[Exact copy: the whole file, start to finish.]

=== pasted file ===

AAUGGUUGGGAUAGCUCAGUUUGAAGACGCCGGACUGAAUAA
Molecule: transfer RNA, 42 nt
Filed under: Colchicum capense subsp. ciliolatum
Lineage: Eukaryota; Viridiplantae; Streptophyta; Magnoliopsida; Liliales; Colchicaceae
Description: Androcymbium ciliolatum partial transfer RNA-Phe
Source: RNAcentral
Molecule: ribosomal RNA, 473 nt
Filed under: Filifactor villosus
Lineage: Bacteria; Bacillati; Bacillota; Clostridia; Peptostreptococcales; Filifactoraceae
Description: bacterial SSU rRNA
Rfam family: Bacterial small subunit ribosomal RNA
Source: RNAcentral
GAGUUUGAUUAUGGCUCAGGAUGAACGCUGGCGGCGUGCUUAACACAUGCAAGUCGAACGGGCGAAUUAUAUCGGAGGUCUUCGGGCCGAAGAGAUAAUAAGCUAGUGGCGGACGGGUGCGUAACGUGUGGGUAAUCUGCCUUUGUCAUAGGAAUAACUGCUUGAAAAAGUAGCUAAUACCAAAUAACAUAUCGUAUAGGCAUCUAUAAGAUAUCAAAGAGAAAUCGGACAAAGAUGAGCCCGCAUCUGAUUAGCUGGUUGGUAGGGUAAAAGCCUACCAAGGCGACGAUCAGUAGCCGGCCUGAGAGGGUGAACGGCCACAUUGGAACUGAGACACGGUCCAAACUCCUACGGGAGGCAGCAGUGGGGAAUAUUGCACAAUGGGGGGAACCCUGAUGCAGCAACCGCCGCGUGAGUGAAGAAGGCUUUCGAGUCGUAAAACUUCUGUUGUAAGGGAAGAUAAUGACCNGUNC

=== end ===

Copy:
AAUGGUUGGGAUAGCUCAGUUUGAAGACGCCGGACUGAAUAA
Molecule: transfer RNA, 42 nt
Filed under: Colchicum capense subsp. ciliolatum
Lineage: Eukaryota; Viridiplantae; Streptophyta; Magnoliopsida; Liliales; Colchicaceae
Description: Androcymbium ciliolatum partial transfer RNA-Phe
Source: RNAcentral
Molecule: ribosomal RNA, 473 nt
Filed under: Filifactor villosus
Lineage: Bacteria; Bacillati; Bacillota; Clostridia; Peptostreptococcales; Filifactoraceae
Description: bacterial SSU rRNA
Rfam family: Bacterial small subunit ribosomal RNA
Source: RNAcentral
GAGUUUGAUUAUGGCUCAGGAUGAACGCUGGCGGCGUGCUUAACACAUGCAAGUCGAACGGGCGAAUUAUAUCGGAGGUCUUCGGGCCGAAGAGAUAAUAAGCUAGUGGCGGACGGGUGCGUAACGUGUGGGUAAUCUGCCUUUGUCAUAGGAAUAACUGCUUGAAAAAGUAGCUAAUACCAAAUAACAUAUCGUAUAGGCAUCUAUAAGAUAUCAAAGAGAAAUCGGACAAAGAUGAGCCCGCAUCUGAUUAGCUGGUUGGUAGGGUAAAAGCCUACCAAGGCGACGAUCAGUAGCCGGCCUGAGAGGGUGAACGGCCACAUUGGAACUGAGACACGGUCCAAACUCCUACGGGAGGCAGCAGUGGGGAAUAUUGCACAAUGGGGGGAACCCUGAUGCAGCAACCGCCGCGUGAGUGAAGAAGGCUUUCGAGUCGUAAAACUUCUGUUGUAAGGGAAGAUAAUGACCNGUNC